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Charlotte Amalie
Wednesday, August 10, 2022


Oct. 5, 2001 – In an effort to shore up the nation's sinking tourism industry, a bill introduced in both houses of Congress Thursday would give Americans tax credits to vacation in any of the 50 states. By understanding among those who drafted the bill, Delegate Donna Christian Christensen said Friday, it would apply to the Virgin Islands, too.
The Travel America Now Act, which has bipartisan sponsorship, would give individuals a tax credit of up to $500 and couples a credit of up to $1,000 for any non-business travel taking them more than a hundred miles from home. It would be in effect from the time the measure becomes law until the end of 2001.
The credit would apply "for all travel expenses," including air, land and water transportation, hotels, meals, entertainment, tours, agency fees and even any applicable taxes.
"The travel and tourism industry's health closely connects to the state of the overall national economy," Sen. Jon Kyl (R., Arizona), the Senate sponsor, said. The aftermath of the Sept. 11 terrorist attacks have devastated the industry "more than any other segment of the economy," he said, "and the situation will worsen until Americans resume travel."
On Friday, Matthew Latimer, a press aide to Kyl, told the Source that the bill would cover travel "only in the 50 U.S. states, not the territories."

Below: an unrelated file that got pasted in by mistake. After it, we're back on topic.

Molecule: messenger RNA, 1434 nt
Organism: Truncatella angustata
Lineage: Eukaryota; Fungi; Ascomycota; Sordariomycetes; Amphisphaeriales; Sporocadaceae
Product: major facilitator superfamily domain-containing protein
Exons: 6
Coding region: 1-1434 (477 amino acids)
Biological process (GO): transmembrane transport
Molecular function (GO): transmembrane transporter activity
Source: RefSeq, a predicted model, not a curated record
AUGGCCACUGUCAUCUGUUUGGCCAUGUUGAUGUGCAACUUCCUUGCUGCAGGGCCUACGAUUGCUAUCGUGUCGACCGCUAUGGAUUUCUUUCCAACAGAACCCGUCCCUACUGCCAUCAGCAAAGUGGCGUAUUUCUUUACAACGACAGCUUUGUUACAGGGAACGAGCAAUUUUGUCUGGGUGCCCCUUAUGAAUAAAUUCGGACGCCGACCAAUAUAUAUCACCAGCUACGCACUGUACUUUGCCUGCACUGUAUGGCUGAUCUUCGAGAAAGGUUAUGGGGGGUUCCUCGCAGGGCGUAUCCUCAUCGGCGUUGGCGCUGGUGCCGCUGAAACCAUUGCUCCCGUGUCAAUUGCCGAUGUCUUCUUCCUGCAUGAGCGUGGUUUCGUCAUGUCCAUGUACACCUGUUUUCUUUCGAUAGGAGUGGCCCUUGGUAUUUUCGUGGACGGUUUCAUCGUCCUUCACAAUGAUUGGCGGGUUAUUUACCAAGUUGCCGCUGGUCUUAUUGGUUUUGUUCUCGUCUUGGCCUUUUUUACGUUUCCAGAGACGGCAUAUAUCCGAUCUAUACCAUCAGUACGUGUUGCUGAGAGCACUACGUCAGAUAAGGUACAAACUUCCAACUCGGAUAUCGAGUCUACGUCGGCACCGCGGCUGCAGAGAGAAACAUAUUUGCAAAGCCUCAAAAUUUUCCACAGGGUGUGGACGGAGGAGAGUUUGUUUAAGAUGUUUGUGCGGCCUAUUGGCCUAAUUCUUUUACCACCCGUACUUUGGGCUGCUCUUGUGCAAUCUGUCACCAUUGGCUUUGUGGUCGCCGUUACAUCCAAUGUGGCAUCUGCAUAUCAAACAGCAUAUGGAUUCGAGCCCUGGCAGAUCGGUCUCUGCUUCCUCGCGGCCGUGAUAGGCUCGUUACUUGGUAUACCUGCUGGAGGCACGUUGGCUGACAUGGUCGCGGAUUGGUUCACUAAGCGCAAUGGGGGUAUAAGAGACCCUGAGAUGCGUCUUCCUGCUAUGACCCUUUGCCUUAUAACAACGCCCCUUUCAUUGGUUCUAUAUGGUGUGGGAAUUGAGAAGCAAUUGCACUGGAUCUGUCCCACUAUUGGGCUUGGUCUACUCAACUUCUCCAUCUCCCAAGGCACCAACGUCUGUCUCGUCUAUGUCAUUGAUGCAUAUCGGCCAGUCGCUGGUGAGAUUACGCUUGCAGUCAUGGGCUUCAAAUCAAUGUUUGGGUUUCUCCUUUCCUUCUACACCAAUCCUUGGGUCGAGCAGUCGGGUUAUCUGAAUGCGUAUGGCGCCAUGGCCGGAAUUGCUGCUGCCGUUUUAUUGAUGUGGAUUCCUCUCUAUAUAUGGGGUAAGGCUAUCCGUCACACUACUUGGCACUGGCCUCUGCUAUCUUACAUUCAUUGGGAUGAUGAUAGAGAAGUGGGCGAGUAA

But Christensen said that's not so.
She said she attended a Travel and Tourism Caucus meeting on Wednesday that was "a round-table meeting with representatives of the Travel Industry of America," a lobbying group that was pushing for tax-credit legislation as well as other proposals. "When they kept talking about 'the states,' I specifically asked them if this included the territories," she said. "I know that in many cases, if the language says 'the United States' or 'the 50 states,' usually the territories are included."
Christensen said she "barely got the question out when they said, 'Yes, we would never leave the territories out.' I left there feeling comfortable."
The Senate bill is co-sponsored by Sen. Zell Miller (D., Georgia). The identical House bill is sponsored by Rep. John B. Shadegg (R., Arizona) and co-sponsored by Reps. Neil Abercrombie (D., Hawaii) and Heather Wilson (R., New Mexico).
A Senate aide who was involved in the drafting of the bill and who asked not to be identified said restricting the bill's application to the 50 states was "a conscious decision in keeping with who we're trying to assist." But, this individual added, "The fact that it doesn't apply to the U.S. territories is one of these issues where, with the speed with which we were drafting it, we probably didn't hear from every single affected travel and tourism area."
On Friday, based on that information and the comment from Latimer, the Source published an earlier version of this story quoting the Capitol Hill sources as saying the territories were not included in the tax-credit legislation. Christensen said when she saw that story, she called her House colleague Abercrombie, who also represents a tourism-intensive island constituency.